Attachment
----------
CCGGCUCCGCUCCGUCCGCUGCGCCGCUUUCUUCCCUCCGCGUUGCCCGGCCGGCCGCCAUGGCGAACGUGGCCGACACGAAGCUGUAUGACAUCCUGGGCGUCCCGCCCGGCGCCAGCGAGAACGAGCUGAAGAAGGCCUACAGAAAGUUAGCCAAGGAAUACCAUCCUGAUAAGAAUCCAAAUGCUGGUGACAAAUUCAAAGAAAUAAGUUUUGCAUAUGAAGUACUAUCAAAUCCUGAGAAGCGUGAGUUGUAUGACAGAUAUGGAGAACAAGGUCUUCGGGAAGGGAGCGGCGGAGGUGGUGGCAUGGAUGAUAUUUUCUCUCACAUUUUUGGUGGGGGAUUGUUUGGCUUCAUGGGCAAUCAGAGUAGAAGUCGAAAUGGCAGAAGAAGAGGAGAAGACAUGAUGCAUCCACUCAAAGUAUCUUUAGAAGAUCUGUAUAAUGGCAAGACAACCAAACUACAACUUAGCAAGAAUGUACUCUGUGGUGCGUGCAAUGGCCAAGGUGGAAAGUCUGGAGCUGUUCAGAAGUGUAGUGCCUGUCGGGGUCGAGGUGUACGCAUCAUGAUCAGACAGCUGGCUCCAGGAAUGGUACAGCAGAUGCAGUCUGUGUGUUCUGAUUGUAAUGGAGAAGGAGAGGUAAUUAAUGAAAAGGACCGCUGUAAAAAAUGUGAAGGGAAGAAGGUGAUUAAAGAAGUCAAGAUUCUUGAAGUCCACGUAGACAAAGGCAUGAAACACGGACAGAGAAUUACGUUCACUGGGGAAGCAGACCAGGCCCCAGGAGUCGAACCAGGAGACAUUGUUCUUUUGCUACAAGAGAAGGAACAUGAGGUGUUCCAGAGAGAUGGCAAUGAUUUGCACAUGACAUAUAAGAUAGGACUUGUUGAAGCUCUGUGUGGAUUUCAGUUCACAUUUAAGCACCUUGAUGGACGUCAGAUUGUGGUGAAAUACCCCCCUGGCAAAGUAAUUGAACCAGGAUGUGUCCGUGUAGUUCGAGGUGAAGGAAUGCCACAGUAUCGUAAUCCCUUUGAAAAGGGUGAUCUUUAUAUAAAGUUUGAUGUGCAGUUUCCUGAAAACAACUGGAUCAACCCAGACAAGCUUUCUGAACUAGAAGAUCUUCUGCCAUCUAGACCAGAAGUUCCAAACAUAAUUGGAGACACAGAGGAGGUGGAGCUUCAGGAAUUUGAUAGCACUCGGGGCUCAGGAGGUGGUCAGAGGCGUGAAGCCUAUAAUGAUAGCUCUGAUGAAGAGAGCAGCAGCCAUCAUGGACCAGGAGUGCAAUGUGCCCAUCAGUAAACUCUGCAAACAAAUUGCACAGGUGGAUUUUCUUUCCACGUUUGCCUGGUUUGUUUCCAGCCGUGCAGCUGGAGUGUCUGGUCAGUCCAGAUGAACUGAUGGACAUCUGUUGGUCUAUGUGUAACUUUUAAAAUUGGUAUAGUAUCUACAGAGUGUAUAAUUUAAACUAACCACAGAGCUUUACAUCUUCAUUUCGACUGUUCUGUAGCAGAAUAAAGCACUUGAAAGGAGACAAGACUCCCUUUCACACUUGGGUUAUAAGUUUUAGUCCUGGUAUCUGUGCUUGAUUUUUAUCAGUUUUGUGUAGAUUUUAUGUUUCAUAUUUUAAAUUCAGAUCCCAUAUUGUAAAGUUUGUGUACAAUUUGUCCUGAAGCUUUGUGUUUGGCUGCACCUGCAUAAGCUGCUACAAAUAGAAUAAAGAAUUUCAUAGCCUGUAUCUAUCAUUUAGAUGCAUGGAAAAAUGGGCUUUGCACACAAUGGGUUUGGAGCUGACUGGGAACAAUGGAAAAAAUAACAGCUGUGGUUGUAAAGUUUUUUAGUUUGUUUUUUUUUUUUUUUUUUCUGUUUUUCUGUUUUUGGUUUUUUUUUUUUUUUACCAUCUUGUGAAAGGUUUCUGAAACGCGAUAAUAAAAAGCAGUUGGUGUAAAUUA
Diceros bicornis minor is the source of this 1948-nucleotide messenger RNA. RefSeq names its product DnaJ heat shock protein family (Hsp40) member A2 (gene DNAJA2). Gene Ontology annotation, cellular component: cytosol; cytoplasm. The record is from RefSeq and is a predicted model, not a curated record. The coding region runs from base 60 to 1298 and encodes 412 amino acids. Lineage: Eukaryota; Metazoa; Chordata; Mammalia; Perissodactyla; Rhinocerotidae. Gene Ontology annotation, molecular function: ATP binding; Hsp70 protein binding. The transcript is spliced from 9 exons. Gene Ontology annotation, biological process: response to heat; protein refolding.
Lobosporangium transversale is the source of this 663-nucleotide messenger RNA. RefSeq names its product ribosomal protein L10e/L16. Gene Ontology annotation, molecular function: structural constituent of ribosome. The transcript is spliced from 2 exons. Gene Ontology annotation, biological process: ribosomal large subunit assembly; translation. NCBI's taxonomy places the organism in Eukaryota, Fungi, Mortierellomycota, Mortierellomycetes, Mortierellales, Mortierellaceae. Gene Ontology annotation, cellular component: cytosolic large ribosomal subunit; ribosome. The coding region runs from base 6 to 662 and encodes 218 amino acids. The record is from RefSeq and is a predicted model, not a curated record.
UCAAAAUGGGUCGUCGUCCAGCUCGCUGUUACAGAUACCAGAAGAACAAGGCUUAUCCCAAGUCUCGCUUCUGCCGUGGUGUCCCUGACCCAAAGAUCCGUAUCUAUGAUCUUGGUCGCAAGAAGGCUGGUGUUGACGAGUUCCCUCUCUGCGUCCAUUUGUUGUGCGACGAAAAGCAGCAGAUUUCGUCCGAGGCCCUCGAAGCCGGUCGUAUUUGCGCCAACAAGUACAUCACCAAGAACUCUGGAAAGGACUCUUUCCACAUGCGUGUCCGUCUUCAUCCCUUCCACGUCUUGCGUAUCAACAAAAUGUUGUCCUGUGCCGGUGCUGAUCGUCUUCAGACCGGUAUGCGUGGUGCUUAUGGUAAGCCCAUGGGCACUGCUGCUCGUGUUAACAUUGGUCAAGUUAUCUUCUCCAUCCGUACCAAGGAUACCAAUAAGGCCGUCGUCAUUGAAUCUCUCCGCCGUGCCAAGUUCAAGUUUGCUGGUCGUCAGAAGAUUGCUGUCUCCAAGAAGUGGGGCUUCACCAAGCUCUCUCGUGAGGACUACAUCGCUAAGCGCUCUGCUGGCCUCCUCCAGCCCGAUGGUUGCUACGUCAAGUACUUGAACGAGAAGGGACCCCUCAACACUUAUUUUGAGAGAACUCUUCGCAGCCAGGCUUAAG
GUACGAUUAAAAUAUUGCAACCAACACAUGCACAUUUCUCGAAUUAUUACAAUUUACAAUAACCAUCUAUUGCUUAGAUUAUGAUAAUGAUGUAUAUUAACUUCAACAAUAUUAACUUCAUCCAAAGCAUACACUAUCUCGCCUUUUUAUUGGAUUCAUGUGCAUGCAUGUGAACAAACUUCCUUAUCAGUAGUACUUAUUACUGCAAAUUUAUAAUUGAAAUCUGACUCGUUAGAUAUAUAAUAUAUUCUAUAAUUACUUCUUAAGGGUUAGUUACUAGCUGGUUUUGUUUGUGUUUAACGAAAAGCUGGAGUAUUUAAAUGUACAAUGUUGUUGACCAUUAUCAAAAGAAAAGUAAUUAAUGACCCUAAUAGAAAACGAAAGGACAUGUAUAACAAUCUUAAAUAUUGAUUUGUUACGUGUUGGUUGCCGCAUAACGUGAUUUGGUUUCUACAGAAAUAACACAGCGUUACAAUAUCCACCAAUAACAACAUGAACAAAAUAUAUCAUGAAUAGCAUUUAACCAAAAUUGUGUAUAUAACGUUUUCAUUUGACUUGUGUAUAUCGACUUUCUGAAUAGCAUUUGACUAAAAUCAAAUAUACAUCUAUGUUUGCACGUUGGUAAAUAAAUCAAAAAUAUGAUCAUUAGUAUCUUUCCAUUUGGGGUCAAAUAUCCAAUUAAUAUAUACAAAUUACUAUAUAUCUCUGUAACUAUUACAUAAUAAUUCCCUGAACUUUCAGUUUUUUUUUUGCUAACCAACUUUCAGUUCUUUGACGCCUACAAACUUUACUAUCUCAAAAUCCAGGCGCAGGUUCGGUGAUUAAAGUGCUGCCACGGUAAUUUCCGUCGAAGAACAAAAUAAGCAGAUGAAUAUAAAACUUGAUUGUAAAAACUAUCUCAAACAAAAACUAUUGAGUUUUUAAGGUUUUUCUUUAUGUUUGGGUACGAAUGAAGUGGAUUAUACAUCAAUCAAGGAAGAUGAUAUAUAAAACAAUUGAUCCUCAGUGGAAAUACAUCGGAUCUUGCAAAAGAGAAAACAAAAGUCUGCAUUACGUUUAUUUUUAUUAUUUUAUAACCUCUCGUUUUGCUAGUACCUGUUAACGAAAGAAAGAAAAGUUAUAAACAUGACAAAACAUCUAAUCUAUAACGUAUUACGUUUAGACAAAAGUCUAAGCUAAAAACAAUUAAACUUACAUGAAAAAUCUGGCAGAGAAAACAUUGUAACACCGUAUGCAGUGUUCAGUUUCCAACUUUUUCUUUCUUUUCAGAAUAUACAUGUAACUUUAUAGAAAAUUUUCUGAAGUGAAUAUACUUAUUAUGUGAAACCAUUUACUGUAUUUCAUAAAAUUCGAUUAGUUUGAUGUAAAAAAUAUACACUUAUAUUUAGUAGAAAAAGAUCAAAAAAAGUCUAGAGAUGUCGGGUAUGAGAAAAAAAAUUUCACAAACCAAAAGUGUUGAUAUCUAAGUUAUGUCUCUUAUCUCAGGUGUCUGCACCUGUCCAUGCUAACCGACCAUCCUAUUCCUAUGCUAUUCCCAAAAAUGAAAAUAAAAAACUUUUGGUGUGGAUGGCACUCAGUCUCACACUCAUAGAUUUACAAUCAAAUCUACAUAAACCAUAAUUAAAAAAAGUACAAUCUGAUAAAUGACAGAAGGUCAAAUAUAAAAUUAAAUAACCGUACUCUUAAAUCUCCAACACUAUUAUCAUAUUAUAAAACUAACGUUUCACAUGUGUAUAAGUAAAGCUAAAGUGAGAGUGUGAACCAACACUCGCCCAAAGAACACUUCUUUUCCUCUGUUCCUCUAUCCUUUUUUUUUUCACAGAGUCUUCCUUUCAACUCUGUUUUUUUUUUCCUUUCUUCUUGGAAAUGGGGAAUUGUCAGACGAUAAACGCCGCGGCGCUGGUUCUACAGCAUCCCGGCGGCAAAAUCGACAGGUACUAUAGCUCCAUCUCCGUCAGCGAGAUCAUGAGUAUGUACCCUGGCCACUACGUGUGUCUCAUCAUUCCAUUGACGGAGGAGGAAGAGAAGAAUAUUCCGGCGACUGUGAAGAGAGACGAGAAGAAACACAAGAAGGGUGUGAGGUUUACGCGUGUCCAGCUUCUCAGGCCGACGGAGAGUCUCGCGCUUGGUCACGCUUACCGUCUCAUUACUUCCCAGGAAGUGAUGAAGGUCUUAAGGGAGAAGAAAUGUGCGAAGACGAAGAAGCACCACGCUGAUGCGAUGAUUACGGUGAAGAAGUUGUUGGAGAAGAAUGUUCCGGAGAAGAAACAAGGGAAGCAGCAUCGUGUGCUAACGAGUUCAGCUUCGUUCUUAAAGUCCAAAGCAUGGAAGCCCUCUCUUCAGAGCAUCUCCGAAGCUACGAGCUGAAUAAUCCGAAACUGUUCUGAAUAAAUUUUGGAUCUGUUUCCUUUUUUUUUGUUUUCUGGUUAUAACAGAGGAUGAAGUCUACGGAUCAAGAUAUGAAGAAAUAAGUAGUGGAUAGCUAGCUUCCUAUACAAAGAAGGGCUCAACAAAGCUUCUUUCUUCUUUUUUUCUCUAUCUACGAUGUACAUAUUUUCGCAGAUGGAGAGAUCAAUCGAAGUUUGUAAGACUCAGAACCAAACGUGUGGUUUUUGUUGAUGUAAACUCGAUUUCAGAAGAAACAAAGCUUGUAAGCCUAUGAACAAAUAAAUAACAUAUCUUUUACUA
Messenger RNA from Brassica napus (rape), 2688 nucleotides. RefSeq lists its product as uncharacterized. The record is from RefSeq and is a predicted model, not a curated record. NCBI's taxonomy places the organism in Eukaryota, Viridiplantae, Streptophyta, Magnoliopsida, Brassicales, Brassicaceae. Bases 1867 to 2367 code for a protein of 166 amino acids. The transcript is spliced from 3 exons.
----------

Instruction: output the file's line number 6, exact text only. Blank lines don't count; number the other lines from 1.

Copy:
Messenger RNA from Brassica napus (rape), 2688 nucleotides. RefSeq lists its product as uncharacterized. The record is from RefSeq and is a predicted model, not a curated record. NCBI's taxonomy places the organism in Eukaryota, Viridiplantae, Streptophyta, Magnoliopsida, Brassicales, Brassicaceae. Bases 1867 to 2367 code for a protein of 166 amino acids. The transcript is spliced from 3 exons.